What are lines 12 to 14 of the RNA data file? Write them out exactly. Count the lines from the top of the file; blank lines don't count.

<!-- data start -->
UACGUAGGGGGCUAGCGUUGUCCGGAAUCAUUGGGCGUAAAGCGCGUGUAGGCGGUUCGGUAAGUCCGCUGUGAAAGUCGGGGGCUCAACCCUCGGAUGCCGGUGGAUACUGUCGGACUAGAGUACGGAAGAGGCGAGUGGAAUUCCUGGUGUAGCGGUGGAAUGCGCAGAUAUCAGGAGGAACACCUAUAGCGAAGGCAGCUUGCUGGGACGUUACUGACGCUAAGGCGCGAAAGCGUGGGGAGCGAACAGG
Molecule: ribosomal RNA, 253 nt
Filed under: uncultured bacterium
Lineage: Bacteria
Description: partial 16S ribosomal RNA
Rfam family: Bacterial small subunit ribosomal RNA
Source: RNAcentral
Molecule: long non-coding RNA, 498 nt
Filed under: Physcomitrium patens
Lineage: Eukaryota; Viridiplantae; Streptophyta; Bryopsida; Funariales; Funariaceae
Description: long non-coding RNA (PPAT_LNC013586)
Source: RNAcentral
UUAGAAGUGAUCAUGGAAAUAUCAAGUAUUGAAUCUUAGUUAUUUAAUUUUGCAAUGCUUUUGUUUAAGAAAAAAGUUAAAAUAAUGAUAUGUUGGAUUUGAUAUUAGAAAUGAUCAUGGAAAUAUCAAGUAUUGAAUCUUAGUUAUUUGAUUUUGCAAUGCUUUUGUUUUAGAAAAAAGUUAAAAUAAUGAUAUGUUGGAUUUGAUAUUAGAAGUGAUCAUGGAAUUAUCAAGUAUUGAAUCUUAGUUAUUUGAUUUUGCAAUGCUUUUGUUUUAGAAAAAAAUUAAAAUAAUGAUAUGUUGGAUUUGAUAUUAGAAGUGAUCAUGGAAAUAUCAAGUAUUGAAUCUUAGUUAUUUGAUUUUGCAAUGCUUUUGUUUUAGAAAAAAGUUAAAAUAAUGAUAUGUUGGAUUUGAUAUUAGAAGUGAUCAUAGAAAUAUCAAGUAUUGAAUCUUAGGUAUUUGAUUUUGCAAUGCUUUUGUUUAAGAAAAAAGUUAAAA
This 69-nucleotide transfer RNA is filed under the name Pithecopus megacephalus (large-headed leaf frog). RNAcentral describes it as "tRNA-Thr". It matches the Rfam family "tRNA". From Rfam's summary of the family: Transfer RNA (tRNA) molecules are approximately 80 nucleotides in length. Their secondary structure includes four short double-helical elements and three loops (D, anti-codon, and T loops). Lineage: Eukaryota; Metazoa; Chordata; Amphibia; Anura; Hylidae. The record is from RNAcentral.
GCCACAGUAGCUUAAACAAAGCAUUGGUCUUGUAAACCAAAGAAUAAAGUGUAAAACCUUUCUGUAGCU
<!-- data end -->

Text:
Source: RNAcentral
UUAGAAGUGAUCAUGGAAAUAUCAAGUAUUGAAUCUUAGUUAUUUAAUUUUGCAAUGCUUUUGUUUAAGAAAAAAGUUAAAAUAAUGAUAUGUUGGAUUUGAUAUUAGAAAUGAUCAUGGAAAUAUCAAGUAUUGAAUCUUAGUUAUUUGAUUUUGCAAUGCUUUUGUUUUAGAAAAAAGUUAAAAUAAUGAUAUGUUGGAUUUGAUAUUAGAAGUGAUCAUGGAAUUAUCAAGUAUUGAAUCUUAGUUAUUUGAUUUUGCAAUGCUUUUGUUUUAGAAAAAAAUUAAAAUAAUGAUAUGUUGGAUUUGAUAUUAGAAGUGAUCAUGGAAAUAUCAAGUAUUGAAUCUUAGUUAUUUGAUUUUGCAAUGCUUUUGUUUUAGAAAAAAGUUAAAAUAAUGAUAUGUUGGAUUUGAUAUUAGAAGUGAUCAUAGAAAUAUCAAGUAUUGAAUCUUAGGUAUUUGAUUUUGCAAUGCUUUUGUUUAAGAAAAAAGUUAAAA
This 69-nucleotide transfer RNA is filed under the name Pithecopus megacephalus (large-headed leaf frog). RNAcentral describes it as "tRNA-Thr". It matches the Rfam family "tRNA". From Rfam's summary of the family: Transfer RNA (tRNA) molecules are approximately 80 nucleotides in length. Their secondary structure includes four short double-helical elements and three loops (D, anti-codon, and T loops). Lineage: Eukaryota; Metazoa; Chordata; Amphibia; Anura; Hylidae. The record is from RNAcentral.